Time Magazine reported that Walker "seldom appears before noon, if at all." Whether he needed a break from the booze and the clubs or the affairs of his office, Mayor Walker managed to take seven vacations totaling 143 days in only his first two years in office. This included a trip to Italy to meet Il Duce, Benito Mussolini. More interested in enjoying life than in governing, the mayor spent short workdays at City Hall and long afternoons at Yankee Stadium. He was often seen at big prizefights or Broadway premieres. He left his wife and Greenwich Village apartment for a chorus girl and a suite at the Ritz-Carlton, but there were few cries of outrage. The lavish new Casino nightclub near Central Park became his unofficial headquarters, where he discussed city business over glasses of champagne.
He accomplished a few things. He consolidated the New York hospital system and purchased thousands of acres for park land (including Great Kills in Staten Island). He expanded the municipal bus system, while helping who happened to own the bus company given the exclusive franchise. He managed to keep the subway fare five cents, while preventing a crippling strike.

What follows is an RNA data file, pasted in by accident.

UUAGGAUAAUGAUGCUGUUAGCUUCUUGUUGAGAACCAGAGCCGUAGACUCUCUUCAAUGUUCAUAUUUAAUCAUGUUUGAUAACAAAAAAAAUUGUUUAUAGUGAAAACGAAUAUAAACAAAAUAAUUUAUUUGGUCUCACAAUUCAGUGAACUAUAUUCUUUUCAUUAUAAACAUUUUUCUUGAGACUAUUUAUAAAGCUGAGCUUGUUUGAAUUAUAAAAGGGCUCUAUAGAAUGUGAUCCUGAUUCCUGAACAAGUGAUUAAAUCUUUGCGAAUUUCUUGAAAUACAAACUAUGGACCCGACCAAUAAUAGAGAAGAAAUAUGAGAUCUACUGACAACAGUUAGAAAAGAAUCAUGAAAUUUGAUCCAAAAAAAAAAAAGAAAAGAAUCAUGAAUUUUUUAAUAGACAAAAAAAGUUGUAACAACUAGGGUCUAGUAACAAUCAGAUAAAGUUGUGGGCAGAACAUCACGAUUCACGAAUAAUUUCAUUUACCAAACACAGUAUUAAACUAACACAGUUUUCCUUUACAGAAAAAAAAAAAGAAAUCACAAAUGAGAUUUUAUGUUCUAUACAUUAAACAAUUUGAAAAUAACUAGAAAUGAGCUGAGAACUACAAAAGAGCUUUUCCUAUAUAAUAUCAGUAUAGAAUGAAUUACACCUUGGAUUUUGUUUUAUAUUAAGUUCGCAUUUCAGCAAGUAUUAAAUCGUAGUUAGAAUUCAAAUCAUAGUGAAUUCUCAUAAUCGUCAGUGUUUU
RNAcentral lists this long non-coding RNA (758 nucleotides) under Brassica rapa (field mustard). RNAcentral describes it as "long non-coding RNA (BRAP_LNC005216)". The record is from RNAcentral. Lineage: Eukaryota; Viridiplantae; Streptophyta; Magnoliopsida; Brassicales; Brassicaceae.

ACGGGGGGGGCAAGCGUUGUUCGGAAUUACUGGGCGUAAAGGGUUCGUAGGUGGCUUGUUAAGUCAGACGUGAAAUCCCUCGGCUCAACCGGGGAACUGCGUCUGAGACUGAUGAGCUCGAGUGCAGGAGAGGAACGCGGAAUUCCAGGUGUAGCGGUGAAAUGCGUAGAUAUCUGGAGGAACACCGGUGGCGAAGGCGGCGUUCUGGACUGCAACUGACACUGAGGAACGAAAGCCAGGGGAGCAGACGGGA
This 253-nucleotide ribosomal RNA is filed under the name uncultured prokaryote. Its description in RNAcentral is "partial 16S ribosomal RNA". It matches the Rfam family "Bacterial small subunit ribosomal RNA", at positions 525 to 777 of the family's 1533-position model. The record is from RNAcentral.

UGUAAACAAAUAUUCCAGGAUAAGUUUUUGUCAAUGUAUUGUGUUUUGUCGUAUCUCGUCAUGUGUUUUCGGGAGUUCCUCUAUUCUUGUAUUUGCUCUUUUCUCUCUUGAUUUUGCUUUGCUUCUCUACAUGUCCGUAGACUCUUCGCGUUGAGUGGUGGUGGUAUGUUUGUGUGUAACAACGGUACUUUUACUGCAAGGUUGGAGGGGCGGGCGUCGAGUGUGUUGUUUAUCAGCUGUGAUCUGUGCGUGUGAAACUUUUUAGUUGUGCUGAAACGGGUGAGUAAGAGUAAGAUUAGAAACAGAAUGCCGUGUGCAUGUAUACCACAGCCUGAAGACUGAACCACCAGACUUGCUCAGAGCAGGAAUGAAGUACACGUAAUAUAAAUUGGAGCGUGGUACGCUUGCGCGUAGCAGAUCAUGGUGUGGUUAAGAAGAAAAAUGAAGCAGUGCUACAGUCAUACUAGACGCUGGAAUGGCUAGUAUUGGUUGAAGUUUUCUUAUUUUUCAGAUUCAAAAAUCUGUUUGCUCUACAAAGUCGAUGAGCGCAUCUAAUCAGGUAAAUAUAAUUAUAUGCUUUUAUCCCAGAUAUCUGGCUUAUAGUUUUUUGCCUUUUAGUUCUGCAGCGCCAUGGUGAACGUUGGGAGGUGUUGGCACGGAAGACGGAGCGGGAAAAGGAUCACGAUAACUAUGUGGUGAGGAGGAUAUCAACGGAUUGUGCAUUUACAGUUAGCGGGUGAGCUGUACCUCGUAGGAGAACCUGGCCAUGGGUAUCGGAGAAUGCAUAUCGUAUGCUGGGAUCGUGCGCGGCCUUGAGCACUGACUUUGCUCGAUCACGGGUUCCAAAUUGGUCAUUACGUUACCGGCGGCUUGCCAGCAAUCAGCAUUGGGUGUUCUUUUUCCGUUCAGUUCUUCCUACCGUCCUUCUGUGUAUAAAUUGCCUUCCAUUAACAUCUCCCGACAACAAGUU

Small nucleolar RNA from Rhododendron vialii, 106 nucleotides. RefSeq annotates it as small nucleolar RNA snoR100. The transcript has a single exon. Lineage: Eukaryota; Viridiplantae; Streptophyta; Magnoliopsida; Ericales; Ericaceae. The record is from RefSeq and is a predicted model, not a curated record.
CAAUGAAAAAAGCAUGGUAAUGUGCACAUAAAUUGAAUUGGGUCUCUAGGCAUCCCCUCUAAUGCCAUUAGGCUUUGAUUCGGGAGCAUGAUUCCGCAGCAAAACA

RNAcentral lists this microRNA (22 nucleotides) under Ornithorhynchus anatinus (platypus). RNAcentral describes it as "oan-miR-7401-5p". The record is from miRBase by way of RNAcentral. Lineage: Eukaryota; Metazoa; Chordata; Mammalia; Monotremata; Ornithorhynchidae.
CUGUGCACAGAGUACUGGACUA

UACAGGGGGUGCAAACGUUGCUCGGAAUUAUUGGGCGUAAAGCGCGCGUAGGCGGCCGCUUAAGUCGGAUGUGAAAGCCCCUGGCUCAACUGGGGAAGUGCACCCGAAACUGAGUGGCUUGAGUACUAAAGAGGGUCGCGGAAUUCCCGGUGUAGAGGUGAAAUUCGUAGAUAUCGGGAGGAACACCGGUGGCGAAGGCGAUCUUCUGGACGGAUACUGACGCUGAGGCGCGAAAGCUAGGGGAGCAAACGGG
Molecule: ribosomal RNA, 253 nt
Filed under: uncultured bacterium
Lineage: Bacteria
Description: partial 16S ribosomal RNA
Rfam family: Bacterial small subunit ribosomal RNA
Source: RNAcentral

Walker managed to stay popular with an array of glib one-liners and flippant wisecracks that kept the public amused and enamored. One of his favorite sayings was that "A reformer is a guy who rides through a sewer in a glass-bottomed boat." He also was fond of saying that he'd "rather be a lamppost in New York than Mayor of Chicago." When Fiorello LaGuardia ran against Walker in 1929 as the Republican challenger, he criticized the Mayor's decision earlier that year to raise his salary from $25,000 to $40,000. Walker simply responded, "That's cheap! Think what it would cost if I worked full time!" He coasted to re-election by half a million votes.